Tags : Morocco_qatargate, European Parliament, corruption, bribery, Antonio Panzeri, Eva Kaili,
Three months ago, the scandal broke. Since then, the assembly has been working on a series of very concrete measures promised by its president. And the deputies begin this Thursday a reflection on a second set of reforms.
The rules cannot completely replace the individual responsibility of MEPs, staff of political groups, representatives of the assembly and other institutions”. This being said, the special committee on foreign interference of the European Parliament has nevertheless set itself the objective of formulating proposals for structural reforms of the assembly, in order to strengthen its transparency, integrity, accountability, the fight against Corruption. In accordance with the mission entrusted in February, with prayer to succeed for the summer.
Two months to conclude
This Thursday, its members will read the draft report, written in a week by Nathalie Loiseau (Renew) and Vladimir Bilcik (PPE). They will then have two months to discuss areas for improvement. “It is not a question of throwing opprobrium on Parliament, nor of carrying out the investigation in place of the judges, frames the French liberal MEP. What happened must lead us to a real dynamic to fight against foreign interference because beyond Qatargate, there is. Parliament sees itself as an open and transparent institution, it does not necessarily have security at the heart of its culture, and transparency is only partial. To remedy this, « without infringing the freedom of mandate », insists Nathalie Loiseau, the report evokes a series of measures, sweeping wide, from access to buildings to the activities carried out there, from missions abroad to financial support for parties…
In the proposals for recommendations, submitted for discussion, then vote, this pearl: « the European Parliament reiterates its request to see parliamentarians, their collaborators and the staff of political groups systematically refuse to use the proposals for amendments pre-written by embassies, lobbyists and NGOs. “An obvious fact that it obviously seems good to remember… their collaborators and the staff of the political groups systematically refuse to use the proposals for amendments pre-written by embassies, lobbyists and NGOs. “An obvious fact that it obviously seems good to remember… their collaborators and the staff of the political groups systematically refuse to use the proposals for amendments pre-written by embassies, lobbyists and NGOs. “An obvious fact that it obviously seems good to remember…
Among the ideas on the table is (again) the “rapid creation” of an independent, inter-institutional ethics body. The initiative here falls to the Commission, which announced in mid-February in Le Soir, that the project would be finalized for March. Contacted, the cabinet of Vera Jourova, the commissioner in charge of values, explains « to be still working on it ». No deadlock, we are assured, but the need for a little more time to finalize the deal. « It’s more of a political job to ensure the widest possible buy-in when we release » the proposal. The body would be common to the main institutions: Parliament, Commission, Council, Court of Justice, Court of Auditors, Central Bank, Committee of the Regions, Economic and Social Committee. The preventive objective would be to “raise the common denominator and harmonize the rules” of integrity already in force, Jourova indicated in February.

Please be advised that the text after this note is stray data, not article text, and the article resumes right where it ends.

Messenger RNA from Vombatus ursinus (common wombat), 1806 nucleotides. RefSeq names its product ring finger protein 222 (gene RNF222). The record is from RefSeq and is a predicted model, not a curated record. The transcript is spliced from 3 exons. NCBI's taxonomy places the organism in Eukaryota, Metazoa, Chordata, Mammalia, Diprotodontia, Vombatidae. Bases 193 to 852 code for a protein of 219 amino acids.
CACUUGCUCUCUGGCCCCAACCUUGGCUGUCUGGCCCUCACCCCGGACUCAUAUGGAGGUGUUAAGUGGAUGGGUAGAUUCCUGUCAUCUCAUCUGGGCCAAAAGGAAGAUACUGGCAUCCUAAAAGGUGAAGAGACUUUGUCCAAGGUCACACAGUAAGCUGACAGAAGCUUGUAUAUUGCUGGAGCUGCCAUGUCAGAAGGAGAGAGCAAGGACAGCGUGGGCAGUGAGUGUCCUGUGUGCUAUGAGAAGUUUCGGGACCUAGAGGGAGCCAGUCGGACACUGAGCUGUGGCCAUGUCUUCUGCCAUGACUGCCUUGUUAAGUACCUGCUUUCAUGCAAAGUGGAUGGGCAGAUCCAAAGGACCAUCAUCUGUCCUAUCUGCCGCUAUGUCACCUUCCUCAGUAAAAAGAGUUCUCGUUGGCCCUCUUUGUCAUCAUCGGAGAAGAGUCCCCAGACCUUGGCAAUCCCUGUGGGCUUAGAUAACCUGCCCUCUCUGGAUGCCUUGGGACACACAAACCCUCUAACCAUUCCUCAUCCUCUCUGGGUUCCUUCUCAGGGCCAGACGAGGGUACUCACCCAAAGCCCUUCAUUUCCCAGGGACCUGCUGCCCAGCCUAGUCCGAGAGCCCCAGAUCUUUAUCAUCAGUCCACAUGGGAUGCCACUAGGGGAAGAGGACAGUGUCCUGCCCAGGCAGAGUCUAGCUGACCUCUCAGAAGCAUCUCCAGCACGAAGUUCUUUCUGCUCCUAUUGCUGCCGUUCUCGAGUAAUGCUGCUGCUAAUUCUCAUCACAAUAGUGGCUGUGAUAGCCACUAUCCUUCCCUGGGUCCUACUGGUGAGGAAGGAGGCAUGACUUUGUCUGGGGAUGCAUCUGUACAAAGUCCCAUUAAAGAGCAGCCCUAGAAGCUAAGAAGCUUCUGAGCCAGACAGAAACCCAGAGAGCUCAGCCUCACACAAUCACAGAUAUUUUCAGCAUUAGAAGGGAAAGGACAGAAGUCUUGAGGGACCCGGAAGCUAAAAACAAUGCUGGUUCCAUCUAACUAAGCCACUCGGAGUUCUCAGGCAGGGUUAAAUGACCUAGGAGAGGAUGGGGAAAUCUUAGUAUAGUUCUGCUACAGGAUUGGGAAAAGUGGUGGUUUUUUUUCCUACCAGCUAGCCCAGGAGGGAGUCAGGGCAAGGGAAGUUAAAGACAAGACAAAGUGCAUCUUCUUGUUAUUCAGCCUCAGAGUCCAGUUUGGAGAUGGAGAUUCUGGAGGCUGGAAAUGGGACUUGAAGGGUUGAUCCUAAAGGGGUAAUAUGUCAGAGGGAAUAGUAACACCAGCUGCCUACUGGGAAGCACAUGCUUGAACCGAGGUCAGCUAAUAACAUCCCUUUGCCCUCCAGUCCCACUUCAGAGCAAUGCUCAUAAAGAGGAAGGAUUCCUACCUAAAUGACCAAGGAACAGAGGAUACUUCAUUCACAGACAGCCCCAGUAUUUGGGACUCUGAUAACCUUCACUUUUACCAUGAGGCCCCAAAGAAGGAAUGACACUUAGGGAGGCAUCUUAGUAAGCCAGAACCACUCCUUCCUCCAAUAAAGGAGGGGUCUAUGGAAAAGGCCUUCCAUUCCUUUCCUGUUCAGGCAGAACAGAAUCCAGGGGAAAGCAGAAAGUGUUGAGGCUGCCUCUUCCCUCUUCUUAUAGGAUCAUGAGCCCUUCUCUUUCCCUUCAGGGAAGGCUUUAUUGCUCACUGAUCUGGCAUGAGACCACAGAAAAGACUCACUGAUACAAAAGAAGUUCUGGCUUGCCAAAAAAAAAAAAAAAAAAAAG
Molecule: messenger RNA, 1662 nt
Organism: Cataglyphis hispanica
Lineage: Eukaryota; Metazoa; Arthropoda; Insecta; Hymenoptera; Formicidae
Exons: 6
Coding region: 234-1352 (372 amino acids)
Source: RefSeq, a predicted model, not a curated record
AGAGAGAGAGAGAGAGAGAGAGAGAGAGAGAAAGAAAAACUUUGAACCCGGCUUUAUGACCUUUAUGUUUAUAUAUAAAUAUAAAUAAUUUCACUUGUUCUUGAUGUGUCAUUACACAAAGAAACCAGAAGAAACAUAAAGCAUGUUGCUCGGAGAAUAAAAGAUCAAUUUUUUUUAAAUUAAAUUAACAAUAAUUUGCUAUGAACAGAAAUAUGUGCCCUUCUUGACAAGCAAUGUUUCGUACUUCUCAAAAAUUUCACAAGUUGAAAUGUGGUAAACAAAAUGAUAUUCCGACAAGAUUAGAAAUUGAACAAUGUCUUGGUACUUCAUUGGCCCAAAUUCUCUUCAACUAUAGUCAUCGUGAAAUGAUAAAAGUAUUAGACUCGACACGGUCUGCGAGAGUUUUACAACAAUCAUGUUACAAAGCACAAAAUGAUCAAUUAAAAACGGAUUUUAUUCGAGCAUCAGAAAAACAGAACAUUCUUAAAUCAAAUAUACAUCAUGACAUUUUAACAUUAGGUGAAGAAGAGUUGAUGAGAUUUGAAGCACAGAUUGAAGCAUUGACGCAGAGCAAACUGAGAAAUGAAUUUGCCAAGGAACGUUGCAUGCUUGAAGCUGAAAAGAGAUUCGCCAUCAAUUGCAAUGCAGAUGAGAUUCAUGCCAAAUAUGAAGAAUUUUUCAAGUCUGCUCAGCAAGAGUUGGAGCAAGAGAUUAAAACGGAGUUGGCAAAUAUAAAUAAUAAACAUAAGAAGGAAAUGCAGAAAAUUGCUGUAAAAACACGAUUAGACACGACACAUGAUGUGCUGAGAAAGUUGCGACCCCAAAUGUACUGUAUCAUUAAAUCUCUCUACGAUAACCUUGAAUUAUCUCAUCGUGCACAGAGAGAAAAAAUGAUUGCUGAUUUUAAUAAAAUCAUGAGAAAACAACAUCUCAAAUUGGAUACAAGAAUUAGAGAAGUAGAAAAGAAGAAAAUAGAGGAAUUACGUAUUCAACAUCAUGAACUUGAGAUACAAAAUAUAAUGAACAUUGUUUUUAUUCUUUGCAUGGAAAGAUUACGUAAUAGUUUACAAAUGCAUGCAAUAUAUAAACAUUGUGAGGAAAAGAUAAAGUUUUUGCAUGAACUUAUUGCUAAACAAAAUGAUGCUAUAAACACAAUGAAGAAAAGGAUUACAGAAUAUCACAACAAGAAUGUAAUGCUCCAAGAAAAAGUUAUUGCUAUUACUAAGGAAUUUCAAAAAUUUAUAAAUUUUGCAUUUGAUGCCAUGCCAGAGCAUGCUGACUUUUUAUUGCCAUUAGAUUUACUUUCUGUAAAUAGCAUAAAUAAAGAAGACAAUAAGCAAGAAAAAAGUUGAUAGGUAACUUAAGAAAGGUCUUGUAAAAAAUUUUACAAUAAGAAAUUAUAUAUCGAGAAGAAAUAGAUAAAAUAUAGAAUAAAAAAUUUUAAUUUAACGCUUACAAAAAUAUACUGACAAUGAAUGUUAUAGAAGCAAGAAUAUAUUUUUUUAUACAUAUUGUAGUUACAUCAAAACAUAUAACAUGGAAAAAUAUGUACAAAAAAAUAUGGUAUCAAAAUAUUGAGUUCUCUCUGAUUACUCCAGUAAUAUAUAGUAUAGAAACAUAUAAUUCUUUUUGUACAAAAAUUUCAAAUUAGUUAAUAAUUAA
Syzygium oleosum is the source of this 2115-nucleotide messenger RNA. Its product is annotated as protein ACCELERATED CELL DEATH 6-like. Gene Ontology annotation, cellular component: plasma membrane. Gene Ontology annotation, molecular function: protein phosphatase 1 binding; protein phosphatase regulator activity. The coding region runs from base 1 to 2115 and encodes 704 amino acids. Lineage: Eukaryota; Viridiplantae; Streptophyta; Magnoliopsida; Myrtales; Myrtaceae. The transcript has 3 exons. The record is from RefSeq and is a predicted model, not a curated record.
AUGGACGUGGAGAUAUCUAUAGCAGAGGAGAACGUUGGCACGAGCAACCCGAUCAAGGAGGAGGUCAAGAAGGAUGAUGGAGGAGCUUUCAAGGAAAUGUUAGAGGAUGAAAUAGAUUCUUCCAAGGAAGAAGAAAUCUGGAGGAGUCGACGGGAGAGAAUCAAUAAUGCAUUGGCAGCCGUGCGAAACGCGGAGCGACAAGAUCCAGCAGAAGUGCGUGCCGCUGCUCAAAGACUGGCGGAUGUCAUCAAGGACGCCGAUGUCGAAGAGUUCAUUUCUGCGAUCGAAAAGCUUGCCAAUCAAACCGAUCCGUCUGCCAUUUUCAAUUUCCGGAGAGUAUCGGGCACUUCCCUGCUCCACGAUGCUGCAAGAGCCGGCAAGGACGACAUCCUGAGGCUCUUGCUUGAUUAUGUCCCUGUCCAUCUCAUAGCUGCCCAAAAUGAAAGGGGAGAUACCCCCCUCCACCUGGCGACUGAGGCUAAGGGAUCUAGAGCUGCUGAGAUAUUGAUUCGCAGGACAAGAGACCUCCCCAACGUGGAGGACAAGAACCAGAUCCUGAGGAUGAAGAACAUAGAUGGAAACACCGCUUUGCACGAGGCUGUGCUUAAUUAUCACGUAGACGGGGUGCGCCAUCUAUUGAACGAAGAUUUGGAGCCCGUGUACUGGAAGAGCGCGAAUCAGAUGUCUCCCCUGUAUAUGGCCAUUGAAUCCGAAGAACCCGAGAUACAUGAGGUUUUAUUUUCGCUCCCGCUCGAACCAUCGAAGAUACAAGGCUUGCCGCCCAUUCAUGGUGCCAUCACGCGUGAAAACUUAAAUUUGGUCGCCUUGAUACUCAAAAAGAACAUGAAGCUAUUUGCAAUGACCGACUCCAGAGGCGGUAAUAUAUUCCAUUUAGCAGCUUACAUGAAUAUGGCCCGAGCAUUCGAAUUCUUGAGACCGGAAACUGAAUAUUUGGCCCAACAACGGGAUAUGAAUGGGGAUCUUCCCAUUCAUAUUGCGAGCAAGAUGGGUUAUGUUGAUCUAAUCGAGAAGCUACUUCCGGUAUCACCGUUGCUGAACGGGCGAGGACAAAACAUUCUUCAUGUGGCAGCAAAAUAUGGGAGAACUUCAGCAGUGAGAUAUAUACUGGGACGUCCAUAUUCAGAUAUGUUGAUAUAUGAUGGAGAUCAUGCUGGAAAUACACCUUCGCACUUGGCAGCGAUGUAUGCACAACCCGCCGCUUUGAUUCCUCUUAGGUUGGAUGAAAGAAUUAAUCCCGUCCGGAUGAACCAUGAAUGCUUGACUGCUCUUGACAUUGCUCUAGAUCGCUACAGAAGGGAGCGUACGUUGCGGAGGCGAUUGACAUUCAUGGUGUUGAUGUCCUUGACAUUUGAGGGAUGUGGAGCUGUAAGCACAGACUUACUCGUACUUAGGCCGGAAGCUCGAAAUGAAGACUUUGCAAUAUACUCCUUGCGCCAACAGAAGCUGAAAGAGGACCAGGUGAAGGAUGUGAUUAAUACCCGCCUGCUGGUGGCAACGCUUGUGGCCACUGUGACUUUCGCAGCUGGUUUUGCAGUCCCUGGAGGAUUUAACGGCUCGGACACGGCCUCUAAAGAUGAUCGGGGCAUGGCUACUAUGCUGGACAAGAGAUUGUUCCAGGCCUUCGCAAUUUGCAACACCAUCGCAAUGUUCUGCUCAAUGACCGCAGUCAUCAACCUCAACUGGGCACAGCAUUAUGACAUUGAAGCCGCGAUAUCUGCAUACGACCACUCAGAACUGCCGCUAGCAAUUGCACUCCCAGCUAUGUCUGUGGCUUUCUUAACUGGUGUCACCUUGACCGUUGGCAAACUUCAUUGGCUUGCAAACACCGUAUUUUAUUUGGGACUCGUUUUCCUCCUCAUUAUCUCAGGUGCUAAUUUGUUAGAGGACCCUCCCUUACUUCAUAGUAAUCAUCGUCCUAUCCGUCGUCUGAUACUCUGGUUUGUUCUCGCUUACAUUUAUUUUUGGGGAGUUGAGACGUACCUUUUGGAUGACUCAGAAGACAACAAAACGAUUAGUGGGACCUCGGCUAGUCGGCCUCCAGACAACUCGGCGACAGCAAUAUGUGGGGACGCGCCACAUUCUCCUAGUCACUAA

Badges removed, entrances controlled
Alongside these reflections, Parliament is working on very concrete measures. A work that Roberta Metsola had undertaken to « carry out personally ». On December 12, the day after the revelations in these columns, she hammered home, before the deputies gathered in Strasbourg, her desire “that the institution be reformed”. Three days later, in Brussels, first in front of the European summit and then the press, she promised “major and rapid reforms”. On January 12, she presents a first set of 14 measures, which can be applied quickly, « to shake up Parliament », and « regain the confidence built up in twenty years, destroyed in a few days ». At the beginning of February, she obtained the mandate from the Conference of Presidents to launch the various projects.
Among the first decisions, the revision of the rules relating to badges. There is no longer any question, for former parliamentarians, of having permanent access to the parliamentary precincts as soon as they leave office. From now on, they will have to claim a daily badge each time they visit – but they will have a special counter, so as not to queue in the middle of visitors. Prohibition, also, to swap without delay his cap of parliamentarian for that of lobbyist: it will take a six-month airlock. And there’s no question of using your old badge for lobbying either: you’ll have to choose the register to which you subscribe before entering. This provision, eminently symbolic, should be definitively adopted on April 17 and come into force “quickly”. A number of other measures will, « soon », the subject of proposals submitted to the office: the definition of authorized events within the Parliament, the rules for inviting outsiders, the extended obligation to declare one’s appointments, training for whistleblowers, or the strengthening of financial reporting requirements. Measures requiring an adaptation of the code of conduct for deputies, which, we are assured in Parliament, should be completed before the summer.
Le Soir (Belgium),30/03/2023
#Morocco_Qatargate #European_parliament #Corruption #Bribery #Antonio_Panzeri #Eva_Kaili